must, he repeated, pity the weakness of
the man so blinded by party prejudice,
so deluded by party leaders, as not to
see this. [Cheers.]
It was not a week ago that an Irish
man, who is a Democrat, had told him,
while deploring the wrongs of his coun
try, and who that has a heart in his
bosom does not deplore the miseries of
Ireland, [cheers,] a good man, and a
sensible man too, attributed all her mis
eries to absenteeism ; the gentry draw
ing large revenues and spending them
abroad: This was true: but is it not
strange that this man, that all men could
not see that a Free Trade Tariff had
precisely the same effect here that ab
senteeism had in Ireland 1 In the one
case as in. the other, it drew off to for
eign labor what was due to our own.—
Absenteeism in Ireland is the Tariff of
1846 in America. [Reiterated cheer
But let us look a little further into
this question as to the Extension of
ShiVery. en. Taylor has pledged him
',elf to the Whig doctrine on the Veto
question. He has pledged himself to
abide by and submit to the will of the
people, as expressed through Congress,
unless such expression involved an in
fraction of the Constitution. What man,
the least acquainted with the Constitu
tion, does not recognise the right of
Congress either to permit or prohibit
the extension of Slavery in the territo
ries 1 No question has been more plain
ly decided, in effect, by the Judiciary.
It is a question of rights and limitation
about which there can be no difficulty.
State sovereignties have the power of
controlling the institution within their
own limits. Congress has the power of
controlling it in the establishment of
Territories. Gen. Taylor, were he to
veto a bill prohibiting the extension of
Slavery, would be false to the most sol
emn pledges. He will not do it—he
cannot—dare not.
The power of Congress to legislate for
the Territories is plenary—complete as
the power of South Carolina, Virginia or
Pennsyvania to legislate within their
own limits. This right is as clear as day,
and in Gen. Taylor's Allison letter we
have all the pledges u e can ask or desire.
Mr. F. s'aicChe was satisfied with I
Oen. Taylor. He never hesitated an in
stant after the nomination. He took a
survey of the political field, and at the
first moment after doing so, when he
had been fairly nominated, he had de- ,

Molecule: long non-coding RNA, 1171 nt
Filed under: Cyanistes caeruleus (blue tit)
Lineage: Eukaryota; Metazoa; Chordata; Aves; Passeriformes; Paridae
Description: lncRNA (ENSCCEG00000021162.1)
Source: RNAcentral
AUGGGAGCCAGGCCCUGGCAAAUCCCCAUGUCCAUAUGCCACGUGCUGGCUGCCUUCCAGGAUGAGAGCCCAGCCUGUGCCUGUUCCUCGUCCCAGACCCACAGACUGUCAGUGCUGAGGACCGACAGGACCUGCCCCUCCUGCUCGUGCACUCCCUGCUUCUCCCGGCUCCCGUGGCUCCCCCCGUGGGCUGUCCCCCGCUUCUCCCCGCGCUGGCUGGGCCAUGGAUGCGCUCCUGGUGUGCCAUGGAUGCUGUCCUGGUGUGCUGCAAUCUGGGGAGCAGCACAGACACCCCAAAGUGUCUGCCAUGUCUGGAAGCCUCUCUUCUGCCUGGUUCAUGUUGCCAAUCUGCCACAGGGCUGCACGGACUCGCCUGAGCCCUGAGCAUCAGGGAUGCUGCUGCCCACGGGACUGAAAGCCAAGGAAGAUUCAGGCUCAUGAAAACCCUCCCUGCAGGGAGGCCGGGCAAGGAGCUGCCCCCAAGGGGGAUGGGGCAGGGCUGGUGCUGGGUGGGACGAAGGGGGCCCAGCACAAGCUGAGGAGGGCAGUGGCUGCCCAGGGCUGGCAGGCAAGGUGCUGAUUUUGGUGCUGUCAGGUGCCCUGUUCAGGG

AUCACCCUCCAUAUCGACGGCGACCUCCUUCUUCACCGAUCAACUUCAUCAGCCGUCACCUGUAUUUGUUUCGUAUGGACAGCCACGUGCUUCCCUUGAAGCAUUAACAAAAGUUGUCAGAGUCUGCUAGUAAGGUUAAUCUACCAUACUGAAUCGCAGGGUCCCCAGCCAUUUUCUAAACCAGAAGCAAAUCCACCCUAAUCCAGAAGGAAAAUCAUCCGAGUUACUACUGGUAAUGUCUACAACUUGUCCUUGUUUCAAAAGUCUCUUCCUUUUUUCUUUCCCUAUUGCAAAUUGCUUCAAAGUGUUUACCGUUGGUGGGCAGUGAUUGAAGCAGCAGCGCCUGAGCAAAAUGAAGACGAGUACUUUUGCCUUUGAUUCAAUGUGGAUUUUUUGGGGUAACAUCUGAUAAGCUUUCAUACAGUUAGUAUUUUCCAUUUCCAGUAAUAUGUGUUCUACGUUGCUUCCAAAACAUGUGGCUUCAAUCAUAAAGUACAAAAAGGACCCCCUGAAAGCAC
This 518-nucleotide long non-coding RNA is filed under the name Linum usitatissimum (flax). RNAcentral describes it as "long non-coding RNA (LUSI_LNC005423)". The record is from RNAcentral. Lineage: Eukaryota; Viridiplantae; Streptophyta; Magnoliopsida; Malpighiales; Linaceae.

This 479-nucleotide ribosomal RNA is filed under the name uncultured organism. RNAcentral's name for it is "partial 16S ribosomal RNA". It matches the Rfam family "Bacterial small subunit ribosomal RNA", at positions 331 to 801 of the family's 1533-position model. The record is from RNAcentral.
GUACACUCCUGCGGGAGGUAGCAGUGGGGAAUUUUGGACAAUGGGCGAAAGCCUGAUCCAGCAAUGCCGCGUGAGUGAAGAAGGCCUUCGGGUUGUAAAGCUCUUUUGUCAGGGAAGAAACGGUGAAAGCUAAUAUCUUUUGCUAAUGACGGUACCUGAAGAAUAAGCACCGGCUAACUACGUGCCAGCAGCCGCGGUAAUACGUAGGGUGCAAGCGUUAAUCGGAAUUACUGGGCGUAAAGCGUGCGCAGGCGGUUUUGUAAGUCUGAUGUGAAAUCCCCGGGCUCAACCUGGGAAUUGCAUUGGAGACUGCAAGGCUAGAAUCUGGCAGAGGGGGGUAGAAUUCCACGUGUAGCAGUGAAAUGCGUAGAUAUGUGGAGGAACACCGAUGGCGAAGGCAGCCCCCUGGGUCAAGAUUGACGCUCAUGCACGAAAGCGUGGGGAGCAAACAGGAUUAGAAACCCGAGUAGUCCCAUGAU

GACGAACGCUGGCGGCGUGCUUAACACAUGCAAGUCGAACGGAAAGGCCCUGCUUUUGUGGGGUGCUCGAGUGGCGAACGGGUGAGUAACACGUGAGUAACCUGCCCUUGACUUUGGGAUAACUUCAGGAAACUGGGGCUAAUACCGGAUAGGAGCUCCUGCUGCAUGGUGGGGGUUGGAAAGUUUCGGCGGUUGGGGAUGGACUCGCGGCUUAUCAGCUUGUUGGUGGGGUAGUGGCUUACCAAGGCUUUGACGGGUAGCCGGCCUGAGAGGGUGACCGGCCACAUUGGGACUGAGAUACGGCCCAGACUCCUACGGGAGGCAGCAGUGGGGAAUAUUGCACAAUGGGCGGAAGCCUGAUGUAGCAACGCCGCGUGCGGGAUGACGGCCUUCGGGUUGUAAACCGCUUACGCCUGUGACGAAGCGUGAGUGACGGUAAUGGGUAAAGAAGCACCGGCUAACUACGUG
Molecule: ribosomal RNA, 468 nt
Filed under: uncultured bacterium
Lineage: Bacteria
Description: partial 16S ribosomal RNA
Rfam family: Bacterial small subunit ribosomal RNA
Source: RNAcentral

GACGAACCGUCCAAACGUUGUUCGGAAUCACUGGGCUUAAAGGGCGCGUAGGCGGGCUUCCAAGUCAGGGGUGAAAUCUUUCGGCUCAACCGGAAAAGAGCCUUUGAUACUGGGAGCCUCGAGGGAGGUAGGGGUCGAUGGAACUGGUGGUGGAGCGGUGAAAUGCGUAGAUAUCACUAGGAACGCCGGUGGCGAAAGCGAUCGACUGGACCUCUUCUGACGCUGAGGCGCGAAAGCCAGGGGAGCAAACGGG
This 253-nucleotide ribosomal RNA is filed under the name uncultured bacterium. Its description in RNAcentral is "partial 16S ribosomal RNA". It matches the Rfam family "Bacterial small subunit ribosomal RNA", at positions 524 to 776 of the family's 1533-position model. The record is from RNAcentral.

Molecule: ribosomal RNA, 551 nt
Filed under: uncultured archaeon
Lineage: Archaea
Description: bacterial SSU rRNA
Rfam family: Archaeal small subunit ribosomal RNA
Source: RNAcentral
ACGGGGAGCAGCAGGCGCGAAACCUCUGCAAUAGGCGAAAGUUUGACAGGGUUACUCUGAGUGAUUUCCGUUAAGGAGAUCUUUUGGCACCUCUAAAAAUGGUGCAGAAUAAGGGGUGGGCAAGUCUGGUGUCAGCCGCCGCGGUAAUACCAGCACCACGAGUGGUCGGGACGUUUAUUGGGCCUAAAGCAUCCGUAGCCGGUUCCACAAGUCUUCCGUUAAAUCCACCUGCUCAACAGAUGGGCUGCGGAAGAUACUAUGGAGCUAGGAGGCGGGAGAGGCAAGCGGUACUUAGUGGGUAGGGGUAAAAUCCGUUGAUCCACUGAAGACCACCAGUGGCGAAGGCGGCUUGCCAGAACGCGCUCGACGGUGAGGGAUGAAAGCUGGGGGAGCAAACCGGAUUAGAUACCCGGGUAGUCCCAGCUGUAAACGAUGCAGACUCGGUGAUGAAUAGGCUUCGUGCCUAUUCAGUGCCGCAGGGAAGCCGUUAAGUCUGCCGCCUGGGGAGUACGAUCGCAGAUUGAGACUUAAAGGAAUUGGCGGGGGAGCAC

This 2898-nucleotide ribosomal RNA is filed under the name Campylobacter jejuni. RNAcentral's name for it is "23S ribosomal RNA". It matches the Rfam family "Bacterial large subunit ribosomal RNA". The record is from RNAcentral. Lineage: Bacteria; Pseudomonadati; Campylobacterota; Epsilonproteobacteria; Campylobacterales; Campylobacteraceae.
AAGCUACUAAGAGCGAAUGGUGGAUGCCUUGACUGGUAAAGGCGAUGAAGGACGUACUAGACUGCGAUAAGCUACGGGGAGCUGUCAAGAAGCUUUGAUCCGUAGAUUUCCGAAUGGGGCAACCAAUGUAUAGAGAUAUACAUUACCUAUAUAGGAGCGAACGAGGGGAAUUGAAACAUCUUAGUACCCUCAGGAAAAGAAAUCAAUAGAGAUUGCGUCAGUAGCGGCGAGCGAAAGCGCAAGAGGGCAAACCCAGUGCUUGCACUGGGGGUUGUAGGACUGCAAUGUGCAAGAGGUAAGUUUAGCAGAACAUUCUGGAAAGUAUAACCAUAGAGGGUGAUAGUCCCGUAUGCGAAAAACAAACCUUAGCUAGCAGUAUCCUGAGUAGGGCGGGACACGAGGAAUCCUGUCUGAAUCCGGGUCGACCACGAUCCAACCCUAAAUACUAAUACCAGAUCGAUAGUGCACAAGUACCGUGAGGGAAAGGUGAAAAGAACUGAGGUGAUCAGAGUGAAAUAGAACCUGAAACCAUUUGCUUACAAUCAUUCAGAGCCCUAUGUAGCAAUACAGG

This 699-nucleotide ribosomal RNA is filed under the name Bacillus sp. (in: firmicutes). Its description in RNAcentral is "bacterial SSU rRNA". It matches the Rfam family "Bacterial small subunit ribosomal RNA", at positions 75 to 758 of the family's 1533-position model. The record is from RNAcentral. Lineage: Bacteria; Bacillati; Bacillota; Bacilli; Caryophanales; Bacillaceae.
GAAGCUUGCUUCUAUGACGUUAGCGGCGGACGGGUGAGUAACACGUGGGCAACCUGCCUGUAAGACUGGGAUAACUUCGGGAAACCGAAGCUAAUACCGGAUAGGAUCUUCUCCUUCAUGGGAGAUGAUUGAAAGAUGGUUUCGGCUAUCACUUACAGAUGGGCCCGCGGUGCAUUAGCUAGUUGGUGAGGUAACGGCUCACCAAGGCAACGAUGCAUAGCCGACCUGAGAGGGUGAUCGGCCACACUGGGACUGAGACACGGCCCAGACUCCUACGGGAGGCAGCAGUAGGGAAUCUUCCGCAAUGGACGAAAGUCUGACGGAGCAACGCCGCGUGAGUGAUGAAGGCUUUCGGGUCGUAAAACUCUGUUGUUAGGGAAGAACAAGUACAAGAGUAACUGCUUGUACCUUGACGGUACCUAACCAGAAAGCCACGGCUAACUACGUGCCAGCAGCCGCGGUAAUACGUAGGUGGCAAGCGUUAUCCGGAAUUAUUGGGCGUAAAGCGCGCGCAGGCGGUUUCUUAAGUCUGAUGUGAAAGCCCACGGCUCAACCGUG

termined to go for Taylor, and he did
so with all his might. [Cheers.]
For years the people—the moderate
men in the country—have called fur tt
man fresh from the ranks of the people.
We want no more heads of Depart
ments, Senators or Foreign Ministers"
—no more intriguing politicians. It is
the misfortune of our public men—a
misfortune of public life—that they
are each surrounded by adherents who
desire their election to office, that they
may monopolize the patronage of their
places. It is this feeling which lies at
the root of party spirit, and gives so
much bitterness to party ambition. But
Gen. Taylor will be a President with
out friends to reward or enemies to per
secute. [Cheers.] He will be the Pres
dent of the people and not of a party.
Gen. Taylor is a Whig, but no ultra
Whig. He will be the head the country
not of a party. Mr. F. said he knew t his
character would not recommend him to
selfish and intriguing politicians, but it
would to the people. Old Zack would
persecute no man for opinion's sake.
What woulo George Washington have
said if he had been told that the time
would soon come when an honest differ
ence of opinion would exile men from
office—that high and low—all down
even to a door-keeper, would be requi
red to subscribe to a pattern of politi
cal faith. If he could have believed this
he would have sank into a premature
grave. No—no—this was not the prin
ciple of George Washington, it was not
the principle of Thomas Jefferson, it is
not the principle of Zachary Taylor.
With Gen. Taylor far President, mod
est and honest men would have a chance
—all men would have justice done them.